Combatting Freedom Fighters, Rebels or Terrorists?
Political Science Department
College of Liberal Arts and Sciences
Social and Behavioral Sciences
Shortly after the 9/11 attacks, Russian President Vladimir Putin was the first world leader to offer condolences to President Bush and to offer support in combatting terrorism. Some in the U.S foreign policy establishment and media commentators readily accepted the claim that Russias war in Chechnya was connected to the global war on terrorism. This paper examines the extent to which major U.S. media outlets framed Russias second war in Chechnya in connection with the U.S. s own counterterrorism efforts. Using a combination of qualitative and quantitative content analysis, we also compare media coverage of the second war with the first war during the 1990s for the purpose of analyzing potentially different and changing frames over time and over two Russian and two U.S. presidential administrations. By investigating similar events than span both wars initial invasions and sieges of Grozny, episodes of hostage-taking, and peace negotiations this analysis attempts to uncover the ways in which media coverage reflects U.S. foreign policy priorities, analyzes events in Russia through the prism of presidential personalities, and provides context for American readers and viewers.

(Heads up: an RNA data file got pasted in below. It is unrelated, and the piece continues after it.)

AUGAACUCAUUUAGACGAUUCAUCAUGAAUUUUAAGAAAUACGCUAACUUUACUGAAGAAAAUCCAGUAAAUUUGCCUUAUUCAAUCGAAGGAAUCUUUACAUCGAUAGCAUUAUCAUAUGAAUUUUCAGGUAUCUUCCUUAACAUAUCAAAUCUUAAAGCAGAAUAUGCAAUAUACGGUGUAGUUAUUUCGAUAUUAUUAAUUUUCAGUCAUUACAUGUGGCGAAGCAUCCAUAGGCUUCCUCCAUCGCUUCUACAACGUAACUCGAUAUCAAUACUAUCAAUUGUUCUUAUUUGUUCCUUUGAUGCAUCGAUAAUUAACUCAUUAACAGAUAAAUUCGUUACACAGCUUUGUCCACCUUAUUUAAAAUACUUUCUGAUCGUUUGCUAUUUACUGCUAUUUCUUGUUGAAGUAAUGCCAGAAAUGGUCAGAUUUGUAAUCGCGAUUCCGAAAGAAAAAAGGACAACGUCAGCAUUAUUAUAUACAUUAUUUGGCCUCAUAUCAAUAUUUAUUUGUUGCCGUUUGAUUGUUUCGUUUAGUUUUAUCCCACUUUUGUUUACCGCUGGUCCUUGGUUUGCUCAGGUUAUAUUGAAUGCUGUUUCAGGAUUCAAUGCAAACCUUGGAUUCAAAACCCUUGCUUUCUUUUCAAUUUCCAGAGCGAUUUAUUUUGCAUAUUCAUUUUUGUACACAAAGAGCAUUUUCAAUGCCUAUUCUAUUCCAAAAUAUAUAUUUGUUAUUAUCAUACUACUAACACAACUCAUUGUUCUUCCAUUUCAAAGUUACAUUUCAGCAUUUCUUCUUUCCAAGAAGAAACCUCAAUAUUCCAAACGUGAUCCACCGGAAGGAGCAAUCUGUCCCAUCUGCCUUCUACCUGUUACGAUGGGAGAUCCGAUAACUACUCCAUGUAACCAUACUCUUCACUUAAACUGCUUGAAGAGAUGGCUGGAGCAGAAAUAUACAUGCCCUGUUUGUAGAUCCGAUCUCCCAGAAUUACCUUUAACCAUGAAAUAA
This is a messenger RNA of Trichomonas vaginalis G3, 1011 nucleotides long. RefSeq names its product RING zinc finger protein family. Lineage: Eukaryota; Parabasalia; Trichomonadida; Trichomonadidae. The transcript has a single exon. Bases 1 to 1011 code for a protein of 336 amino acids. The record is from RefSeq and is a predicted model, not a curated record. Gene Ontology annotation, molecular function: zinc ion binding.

Annual MPSA Conference
King, Erika and Tafel, Heather, "Combatting Freedom Fighters, Rebels or Terrorists?" (2015). Faculty Scholarly Dissemination Grants. 550.